There were so many afternoons spent upon those cliffs, basking in the glorious sun after bathing in the ocean with Mama and my two sisters. Alana loved tickling me just to hear me laugh while I lay upon the warm cliffs, soaking up the last glorious rays of sunlight. A cool breeze would kick up, washing over my skin, and chilling my flesh with her gentle touch. Those were the days I thought would never end, and it is those same sweet memories that now make me mourn the loss of them all the more.

I shake my head quickly, dispelling any more memories of the past as I hold back more tears, attempting to keep them from escaping. Swiping at the unfortunate few that trickle down my cheeks, I feel anxious and frustrated all at the same time.

Please do not mistake my tears for weakness, for they convey more than mere words are able and can express so many different emotions.

One should never assume that there is only one reason to shed them. There are tears caused by overwhelming grief and pain and tears of contrition. There are tears of joy and love, or tears of annoyance caused by situations that are beyond your control. Yet my tears today are a culmination of so many different emotions that are simply hard for me to put into words.

Book Info:

Genre:  Historical Romance, Young Adult, Sweet Historical

Release Date:  January 4, 2019

Pre-order Purchase Link:

Universal Reader link:  https://books2read.com/u/bMQjzV

Wow! ♥♥♥ This looks like quite an emotional read!😉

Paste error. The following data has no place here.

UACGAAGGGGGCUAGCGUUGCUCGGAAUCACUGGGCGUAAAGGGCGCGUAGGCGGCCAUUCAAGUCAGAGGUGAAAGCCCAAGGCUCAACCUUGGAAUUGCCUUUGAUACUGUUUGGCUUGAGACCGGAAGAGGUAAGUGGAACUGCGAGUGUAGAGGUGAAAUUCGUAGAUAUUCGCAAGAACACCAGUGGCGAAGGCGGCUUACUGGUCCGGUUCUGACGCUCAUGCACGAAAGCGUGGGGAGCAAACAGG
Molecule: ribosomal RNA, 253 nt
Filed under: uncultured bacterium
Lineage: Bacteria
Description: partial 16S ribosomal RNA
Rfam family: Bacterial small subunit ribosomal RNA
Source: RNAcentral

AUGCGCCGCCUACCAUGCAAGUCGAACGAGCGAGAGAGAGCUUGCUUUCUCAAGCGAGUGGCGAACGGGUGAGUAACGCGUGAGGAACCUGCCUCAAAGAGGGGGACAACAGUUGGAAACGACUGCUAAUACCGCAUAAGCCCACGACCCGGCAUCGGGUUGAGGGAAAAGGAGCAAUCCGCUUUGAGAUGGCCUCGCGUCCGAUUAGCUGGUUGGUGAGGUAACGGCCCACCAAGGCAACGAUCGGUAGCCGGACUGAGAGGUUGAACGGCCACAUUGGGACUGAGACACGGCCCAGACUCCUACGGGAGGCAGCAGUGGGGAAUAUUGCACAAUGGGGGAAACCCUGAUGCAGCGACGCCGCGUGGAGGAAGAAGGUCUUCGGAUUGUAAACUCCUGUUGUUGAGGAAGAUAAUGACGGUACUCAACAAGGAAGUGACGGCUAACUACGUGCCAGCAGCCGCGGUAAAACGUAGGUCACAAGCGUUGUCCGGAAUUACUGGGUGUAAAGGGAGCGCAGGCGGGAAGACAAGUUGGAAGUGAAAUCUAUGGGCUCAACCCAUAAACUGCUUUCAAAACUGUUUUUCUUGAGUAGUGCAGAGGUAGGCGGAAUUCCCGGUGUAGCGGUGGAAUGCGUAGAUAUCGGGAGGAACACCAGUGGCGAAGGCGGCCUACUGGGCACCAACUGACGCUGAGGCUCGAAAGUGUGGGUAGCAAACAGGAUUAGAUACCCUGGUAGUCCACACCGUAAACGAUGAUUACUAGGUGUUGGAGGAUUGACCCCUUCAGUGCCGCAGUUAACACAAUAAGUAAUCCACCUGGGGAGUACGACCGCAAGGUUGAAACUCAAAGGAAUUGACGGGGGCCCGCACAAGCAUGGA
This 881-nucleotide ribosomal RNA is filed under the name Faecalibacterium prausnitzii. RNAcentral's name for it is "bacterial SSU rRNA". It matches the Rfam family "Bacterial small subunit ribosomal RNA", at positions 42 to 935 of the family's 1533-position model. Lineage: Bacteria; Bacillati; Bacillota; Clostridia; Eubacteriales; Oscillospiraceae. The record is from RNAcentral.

The story should appeal to Christians, young adults, and any readers who enjoy sweet romance tales…

Thank you for telling us about your new book, Diane! I know we all can’t wait to read this YA romance! 🙂

 

Readers, don’t forget to pre-order a copy of this sweet historical tale!

Author Bio

Diane Merrill Wigginton was born in Riverside, California in 1963. Her family moved to San Diego near the end of 1970, where she grew up in the newly developed community of Mira Mesa. Spending portions of her summers each year in Burly, Idaho with her mother’s parents, Florence and Orval Merrill, Diane developed a love of animals and a respect for the land. It was during this time on the farm riding horses, herding cattle and taming wild kittens that Diane also developed a love of storytelling. She dreamed that one day she would become a published author and tell her stories to the world. Having spent her entire life in California, Diane and her husband made the move from Sacramento, California to Kalispell, Montana to retire in February 2018. Now she is able to pursue her passion of writing books full-time.

“I am thrilled and elated to be doing what I love.”

 

Thanks again, Diane! We hope to see you back on ILRB sometime. 

Happy reading, everyone!🙂